A Six-step Guide to Making Hotel Guests Feel Safer

Opening your own guest house or hotel is an exciting venture, though there’s so much that you’ll need to think about to begin with. You’ll need to consider who your target audience is, for instance, as well as find ways to make your hotel catch the eye over competitors. You’ll always be thinking of methods to make a return on your investment too.

Hotel guest safety

Then there’s the matter of keeping all your hotel guests safe, where this handy guide will come in handy…

1. Install CCTV

Set up security cameras throughout your hotel and anyone staying in one of your rooms will receive added peace of mind that they will be safe, as well as that their belongings will be secure. However, just having a surveillance system in place isn’t enough. Be sure to constantly monitor your set-up, even if this means hiring a third-party company to do so. Certain systems also come with a voice command option, which means that if you spot any wrong-doing, you can quickly warn those involved to stop their actions.

2. Protect your online data

It’s no longer enough in the 21st century to only consider the physical safety hotel guests. Hotels have become a prime target for cyber attacks. According to a report by PwC, the hospitality industry has the second-highest number of cybersecurity breaches, with most of the prominent hotels in the industry having fallen victim to breaches.

Have a process in place to regularly update your IT systems and you’ll be able to heighten the security around all your files and information, on top of reducing the risk of your business suffering a cybersecurity breach. You should also be making sure that backing up your data becomes a habit, so you can eliminate the risk of losing it or having it irretrievably damaged. A recommended strategy is to use a cloud service daily, have weekly server backups, and follow these up with quarterly server backups and then yearly backups.

Use passwords around your hotel? Just be sure to change them often and also make sure you change them any time a staff member leaves to avoid any breaches.

3. Have your electric supply regularly checked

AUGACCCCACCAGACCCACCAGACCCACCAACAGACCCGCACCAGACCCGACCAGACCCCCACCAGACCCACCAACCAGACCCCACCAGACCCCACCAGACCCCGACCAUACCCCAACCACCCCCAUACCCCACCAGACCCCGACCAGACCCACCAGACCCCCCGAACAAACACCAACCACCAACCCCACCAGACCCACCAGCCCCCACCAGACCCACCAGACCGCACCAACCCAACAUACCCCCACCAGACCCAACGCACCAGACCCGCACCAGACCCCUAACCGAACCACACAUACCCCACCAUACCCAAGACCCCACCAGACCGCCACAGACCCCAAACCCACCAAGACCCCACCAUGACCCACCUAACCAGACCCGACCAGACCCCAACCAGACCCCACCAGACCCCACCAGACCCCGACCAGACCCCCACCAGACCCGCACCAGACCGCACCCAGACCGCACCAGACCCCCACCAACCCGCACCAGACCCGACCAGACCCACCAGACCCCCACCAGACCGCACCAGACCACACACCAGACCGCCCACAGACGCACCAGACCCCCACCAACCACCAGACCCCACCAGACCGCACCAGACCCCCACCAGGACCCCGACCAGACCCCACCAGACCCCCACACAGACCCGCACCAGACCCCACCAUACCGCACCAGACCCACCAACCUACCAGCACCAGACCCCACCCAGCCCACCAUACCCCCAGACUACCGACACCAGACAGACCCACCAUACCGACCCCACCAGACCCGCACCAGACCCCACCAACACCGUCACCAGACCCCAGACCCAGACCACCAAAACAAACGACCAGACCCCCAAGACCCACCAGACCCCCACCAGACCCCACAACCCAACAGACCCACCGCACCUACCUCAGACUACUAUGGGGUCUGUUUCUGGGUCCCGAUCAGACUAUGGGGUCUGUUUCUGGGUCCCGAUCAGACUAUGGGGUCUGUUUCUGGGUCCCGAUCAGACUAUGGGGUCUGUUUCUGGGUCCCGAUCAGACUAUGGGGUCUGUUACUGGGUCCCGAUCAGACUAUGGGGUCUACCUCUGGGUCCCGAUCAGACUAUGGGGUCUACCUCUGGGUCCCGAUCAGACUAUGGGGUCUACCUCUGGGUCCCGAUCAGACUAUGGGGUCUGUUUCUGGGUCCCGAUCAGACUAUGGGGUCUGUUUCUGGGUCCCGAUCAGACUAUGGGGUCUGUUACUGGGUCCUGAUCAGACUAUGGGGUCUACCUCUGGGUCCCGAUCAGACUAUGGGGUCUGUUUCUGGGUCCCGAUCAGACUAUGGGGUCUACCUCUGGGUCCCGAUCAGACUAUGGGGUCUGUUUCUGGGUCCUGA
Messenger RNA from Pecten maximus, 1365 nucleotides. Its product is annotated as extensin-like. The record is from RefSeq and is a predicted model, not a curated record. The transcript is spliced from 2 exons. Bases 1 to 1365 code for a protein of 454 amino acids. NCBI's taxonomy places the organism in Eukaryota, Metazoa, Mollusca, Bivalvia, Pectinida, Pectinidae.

A regular Electrical Installation Condition Report (EICR) is a must when you’re in charge of a guest house or hotel. This is because, since your business is constantly running, your systems can be subject to wear, tear, corrosion and overloading. Such a report, which must be carried out by a qualified electrician, will ensure that the electrical appliances in each room are fit for purpose.

These checks need to be carried out frequently. That way, you’ll be limiting the risk of electrical shocks, fires and accidents, and therefore reducing accidents in the workplace – something which is a legal requirement since the introduction of the Electricity at Work Regulations 1989.

4. Have your gas supply regularly checked too

Don’t forget to regularly check your business gas supplies and appliances as well. The Gas Safety Regulations 1998 states that you must arrange annual gas safety checks for any appliances that are serving guest accommodation, even if it’s sited away from the guests’ rooms.

Staff members will also need to be trained about how to correctly use all of your hotel’s gas appliances. Show them how to carry our visual checks as well, so they can spot obvious faults. This could include any damaged pipework or connections. While any new installations must be carried out by someone who is Gas Safe-registered, anyone can change a LPG gas cylinder or hose once they are competent to do so.

Another thing for the to-do list is to install carbon monoxide and dioxide alarms throughout your guest house or hotel. These alarms can signify any fault and help you avoid any catastrophes. They should give an audible alarm when levels are dangerous and should be able to automatically shut off your gas system.

Hotel receptionists

5. Set up a clear emergency response plan

In the event of an emergency at your hotel or guest house, all staff members should know how to act. Regular meetings with law enforcement and emergency services should be scheduled so you have a good communication plan in place and can update it as and when required. In doing so, you can prepare your staff so that everyone is calm and knowledgeable in a worst-case scenario.

“We make sure all our staff have sufficient training to know how to act in an emergency. Communication is key as it’s clear we must be calm and composed in critical moments as this can help us make sure both our guests and staff members are as safe as possible and can help avoid possible catastrophes,” pointed out Aneil Handa, who is the director of the hotel group Cairn.

6. The need for staff to wear uniforms

Every member of staff at your guest house or hotel should be wearing corporate uniform. Not only does it help your business look professional and smart, but it also gives your guests a clear view of who they can approach about a query, and who indeed is allowed in certain areas of the business. In guest areas, knowing who members of staff are is essential. This is because it shows that your company have guests’ safety at the forefront due to staff always patrolling the areas.

Sources

https://smallbusiness.co.uk/four-things-to-know-before-starting-a-small-hotel-2459257/

https://www.cintas.com/ready/healthy-safety/9-ways-to-help-boost-hotel-security-for-guests-and-employees/

https://www.mr-electric.co.uk/birmingham-north/5-reasons-all-guest-houses-and-hotels-require-an-electrical-installation-condition-report-eicr/

http://www.hse.gov.uk/gas/landlords/safetycheckswho.htm

https://www.tourismtattler.com/articles/hospitality/hotels-prime-target-cyber-threats/70691

https://www.siteminder.com/r/technology/hotel-data-security/quick-tips-stay-secure-online-hotel-systems-safe/

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